Handling Entrepreneurship in Tertiary Institutions in Nigeria

  •  Ama Udu    


The paper uses eclectic entrepreneurship theories to identify and develop strategies aimed at creating passion and arousing entrepreneurial interests among Nigerian academics and graduates. The concern of the paper stems from the fact that most graduates of Nigerian tertiary institutions are seen milling around private and public establishments seeking for both solicited and unsolicited job opportunities as if being self employed is a crime. The University and the academics hardly look outside the box to see investment and research yearning opportunities that could robustly create streaming funding. The paper sees entrepreneurship as the process of generating sound investment ideas and the applications thereof. Consequently, entrepreneurs are discussed as those who exhibit rare and sound investment ideas and who characteristically take the ideas to the industry where values are infused. Descriptive survey design using conversation and discourse analyses was adopted. The major finding of the paper is that there is significant lack of a workable model that reflects the Nigerian ecosystem in terms of appropriately utilizing academic intellectual potentials and as well inculcating entrepreneurial spirits into the undergraduates at all levels. The implication of this is that graduates leave the university system without a vision and /or an idea of how to create job opportunities. As a result of the findings, the paper suggests the establishment of incubation centers, entrepreneurship clubs, role model interactions and mentoring among others in the tertiary institutions in Nigeria.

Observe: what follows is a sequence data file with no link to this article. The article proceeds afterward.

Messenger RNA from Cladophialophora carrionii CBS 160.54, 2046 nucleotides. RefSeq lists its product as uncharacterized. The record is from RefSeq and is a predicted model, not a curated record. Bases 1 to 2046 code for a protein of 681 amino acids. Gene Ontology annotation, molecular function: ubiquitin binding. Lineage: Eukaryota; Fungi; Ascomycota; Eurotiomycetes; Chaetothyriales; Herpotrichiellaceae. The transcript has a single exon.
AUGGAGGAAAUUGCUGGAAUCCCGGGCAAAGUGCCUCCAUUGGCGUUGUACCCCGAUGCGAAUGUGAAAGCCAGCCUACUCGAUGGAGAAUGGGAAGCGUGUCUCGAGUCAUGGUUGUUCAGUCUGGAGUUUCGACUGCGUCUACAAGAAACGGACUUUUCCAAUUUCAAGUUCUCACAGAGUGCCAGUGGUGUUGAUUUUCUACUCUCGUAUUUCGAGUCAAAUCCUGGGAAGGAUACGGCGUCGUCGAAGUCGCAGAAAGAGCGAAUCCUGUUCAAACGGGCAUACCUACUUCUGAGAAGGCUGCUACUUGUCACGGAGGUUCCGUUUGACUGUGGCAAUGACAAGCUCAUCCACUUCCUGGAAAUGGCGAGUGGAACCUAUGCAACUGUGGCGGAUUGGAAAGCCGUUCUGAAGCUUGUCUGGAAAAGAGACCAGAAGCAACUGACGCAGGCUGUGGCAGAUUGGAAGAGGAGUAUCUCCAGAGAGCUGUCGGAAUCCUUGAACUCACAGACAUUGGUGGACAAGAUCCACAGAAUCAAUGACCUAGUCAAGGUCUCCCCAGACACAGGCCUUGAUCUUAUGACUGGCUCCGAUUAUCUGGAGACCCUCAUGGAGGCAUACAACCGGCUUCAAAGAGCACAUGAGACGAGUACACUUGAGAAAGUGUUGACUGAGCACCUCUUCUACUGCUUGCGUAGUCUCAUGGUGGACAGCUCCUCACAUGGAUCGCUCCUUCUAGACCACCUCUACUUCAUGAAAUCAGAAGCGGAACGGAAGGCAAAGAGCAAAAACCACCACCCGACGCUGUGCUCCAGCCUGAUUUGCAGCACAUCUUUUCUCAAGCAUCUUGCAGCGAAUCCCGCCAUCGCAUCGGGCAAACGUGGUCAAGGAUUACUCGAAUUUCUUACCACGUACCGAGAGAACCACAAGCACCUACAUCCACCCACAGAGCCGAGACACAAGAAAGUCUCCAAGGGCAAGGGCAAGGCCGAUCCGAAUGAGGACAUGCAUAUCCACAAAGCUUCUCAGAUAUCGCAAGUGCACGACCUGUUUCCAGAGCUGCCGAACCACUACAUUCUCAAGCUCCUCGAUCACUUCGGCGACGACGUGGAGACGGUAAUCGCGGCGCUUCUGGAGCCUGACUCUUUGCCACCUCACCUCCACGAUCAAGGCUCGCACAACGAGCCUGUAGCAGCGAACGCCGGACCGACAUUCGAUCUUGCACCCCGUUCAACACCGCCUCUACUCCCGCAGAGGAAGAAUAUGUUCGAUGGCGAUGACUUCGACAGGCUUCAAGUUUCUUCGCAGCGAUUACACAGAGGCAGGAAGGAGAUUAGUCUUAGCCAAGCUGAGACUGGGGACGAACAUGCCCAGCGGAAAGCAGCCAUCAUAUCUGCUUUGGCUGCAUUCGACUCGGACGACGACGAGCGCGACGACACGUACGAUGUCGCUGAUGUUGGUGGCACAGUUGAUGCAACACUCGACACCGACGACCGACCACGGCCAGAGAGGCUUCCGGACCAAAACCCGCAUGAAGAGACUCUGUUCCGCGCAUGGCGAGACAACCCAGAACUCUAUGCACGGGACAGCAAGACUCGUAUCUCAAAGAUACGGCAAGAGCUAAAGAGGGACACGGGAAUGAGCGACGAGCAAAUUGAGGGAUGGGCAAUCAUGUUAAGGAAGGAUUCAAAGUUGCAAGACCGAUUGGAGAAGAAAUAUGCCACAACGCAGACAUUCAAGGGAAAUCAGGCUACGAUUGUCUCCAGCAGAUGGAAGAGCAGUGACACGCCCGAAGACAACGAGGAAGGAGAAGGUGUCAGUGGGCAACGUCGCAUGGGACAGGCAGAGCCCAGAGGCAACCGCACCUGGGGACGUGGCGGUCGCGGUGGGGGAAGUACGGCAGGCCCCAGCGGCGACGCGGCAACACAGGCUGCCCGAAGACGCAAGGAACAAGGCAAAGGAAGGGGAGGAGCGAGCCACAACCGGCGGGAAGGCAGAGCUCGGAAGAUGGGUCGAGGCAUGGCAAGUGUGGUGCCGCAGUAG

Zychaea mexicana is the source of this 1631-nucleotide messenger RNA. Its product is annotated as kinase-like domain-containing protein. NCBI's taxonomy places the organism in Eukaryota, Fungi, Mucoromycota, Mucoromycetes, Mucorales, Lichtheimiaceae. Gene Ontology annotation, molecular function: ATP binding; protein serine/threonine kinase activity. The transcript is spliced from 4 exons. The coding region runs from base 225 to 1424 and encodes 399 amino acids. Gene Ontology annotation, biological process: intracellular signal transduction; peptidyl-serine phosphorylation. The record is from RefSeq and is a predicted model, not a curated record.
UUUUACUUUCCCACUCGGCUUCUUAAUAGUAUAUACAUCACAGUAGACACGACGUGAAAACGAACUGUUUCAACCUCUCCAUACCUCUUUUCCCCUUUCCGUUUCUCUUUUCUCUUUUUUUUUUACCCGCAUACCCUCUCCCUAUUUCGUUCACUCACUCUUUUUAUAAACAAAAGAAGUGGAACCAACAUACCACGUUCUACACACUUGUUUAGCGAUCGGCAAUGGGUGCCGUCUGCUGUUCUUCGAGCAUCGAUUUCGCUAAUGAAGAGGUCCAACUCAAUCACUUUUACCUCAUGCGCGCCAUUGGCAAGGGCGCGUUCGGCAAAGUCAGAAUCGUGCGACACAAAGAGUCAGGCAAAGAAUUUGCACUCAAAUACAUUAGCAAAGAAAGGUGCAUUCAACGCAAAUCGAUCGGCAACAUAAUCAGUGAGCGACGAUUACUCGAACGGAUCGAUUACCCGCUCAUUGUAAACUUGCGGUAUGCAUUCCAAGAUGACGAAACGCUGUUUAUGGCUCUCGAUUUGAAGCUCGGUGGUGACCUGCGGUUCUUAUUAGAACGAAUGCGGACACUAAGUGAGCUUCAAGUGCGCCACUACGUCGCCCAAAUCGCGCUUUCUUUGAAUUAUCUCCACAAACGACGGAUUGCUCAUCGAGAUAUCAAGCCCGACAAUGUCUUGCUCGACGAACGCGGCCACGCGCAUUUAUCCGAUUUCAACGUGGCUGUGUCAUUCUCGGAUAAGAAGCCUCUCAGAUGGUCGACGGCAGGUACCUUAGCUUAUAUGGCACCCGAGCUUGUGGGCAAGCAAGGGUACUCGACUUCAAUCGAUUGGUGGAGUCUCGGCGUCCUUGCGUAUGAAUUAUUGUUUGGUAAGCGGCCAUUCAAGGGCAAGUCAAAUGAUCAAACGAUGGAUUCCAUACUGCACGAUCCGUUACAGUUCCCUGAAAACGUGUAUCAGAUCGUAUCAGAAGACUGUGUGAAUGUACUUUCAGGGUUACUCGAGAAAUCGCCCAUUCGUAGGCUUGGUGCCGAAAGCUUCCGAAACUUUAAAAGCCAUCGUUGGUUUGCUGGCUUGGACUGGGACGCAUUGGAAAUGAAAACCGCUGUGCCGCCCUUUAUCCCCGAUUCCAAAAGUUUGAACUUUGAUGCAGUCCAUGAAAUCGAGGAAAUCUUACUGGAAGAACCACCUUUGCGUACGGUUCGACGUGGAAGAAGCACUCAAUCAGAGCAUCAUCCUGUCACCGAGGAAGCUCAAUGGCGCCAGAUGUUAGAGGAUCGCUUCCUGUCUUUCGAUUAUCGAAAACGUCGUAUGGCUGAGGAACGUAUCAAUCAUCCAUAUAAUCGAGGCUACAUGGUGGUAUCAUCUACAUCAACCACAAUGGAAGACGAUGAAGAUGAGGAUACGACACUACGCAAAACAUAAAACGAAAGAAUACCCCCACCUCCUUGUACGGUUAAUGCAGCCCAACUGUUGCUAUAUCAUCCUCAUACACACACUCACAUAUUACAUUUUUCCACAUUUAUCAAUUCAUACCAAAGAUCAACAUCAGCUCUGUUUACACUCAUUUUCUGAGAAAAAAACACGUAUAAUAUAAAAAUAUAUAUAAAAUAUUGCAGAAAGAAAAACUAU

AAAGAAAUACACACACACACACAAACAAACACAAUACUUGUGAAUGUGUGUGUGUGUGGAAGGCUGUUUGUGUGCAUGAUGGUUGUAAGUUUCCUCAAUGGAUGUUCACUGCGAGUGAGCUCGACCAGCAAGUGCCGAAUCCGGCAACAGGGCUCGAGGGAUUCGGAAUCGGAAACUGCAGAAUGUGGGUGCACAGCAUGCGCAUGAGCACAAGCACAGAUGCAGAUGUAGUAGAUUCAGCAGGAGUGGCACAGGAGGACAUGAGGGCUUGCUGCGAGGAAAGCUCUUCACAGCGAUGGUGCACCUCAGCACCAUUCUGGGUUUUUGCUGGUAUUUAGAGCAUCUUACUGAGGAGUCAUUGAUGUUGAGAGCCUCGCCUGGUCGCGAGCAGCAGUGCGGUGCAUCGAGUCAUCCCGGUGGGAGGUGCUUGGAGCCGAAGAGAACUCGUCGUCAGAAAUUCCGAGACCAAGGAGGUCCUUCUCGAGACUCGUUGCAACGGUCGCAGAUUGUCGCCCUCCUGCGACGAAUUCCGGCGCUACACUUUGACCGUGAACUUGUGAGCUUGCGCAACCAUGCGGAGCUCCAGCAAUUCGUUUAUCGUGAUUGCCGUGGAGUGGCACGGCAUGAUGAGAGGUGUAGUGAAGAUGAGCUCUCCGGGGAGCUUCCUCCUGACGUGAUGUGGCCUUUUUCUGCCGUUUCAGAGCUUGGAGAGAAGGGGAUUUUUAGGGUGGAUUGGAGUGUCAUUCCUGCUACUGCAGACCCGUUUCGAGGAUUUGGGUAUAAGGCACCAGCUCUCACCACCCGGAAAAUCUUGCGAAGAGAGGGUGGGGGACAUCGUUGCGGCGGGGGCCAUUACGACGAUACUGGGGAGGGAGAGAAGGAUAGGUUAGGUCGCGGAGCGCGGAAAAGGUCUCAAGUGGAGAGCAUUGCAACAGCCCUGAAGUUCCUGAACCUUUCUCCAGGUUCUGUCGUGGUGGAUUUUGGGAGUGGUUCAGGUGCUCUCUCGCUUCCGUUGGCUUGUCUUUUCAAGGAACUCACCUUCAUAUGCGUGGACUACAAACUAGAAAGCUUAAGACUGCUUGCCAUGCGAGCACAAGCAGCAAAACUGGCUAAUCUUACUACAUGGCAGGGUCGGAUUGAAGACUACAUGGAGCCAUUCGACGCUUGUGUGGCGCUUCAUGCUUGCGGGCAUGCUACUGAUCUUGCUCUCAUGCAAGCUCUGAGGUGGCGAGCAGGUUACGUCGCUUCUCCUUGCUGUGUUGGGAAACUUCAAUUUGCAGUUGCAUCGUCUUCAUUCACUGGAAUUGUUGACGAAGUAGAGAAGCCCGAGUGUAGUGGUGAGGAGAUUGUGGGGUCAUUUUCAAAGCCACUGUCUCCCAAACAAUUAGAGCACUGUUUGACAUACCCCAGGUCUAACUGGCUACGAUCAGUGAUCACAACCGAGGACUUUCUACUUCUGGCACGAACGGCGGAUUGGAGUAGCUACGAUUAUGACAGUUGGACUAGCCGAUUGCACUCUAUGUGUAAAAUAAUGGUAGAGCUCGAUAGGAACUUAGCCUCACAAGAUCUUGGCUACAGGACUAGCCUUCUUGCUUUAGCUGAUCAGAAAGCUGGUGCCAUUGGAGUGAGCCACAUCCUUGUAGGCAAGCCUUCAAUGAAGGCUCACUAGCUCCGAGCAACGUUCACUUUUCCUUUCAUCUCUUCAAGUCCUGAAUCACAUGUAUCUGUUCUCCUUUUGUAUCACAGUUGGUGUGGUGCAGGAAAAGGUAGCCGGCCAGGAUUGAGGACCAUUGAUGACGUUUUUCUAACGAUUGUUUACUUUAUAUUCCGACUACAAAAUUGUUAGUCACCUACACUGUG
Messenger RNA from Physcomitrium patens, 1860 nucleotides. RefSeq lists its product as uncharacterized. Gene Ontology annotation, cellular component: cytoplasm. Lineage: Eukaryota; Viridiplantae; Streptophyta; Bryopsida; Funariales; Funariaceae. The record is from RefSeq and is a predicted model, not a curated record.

This work is licensed under a Creative Commons Attribution 4.0 License.
  • ISSN(Print): 1925-4725
  • ISSN(Online): 1925-4733
  • Started: 2011
  • Frequency: semiannual

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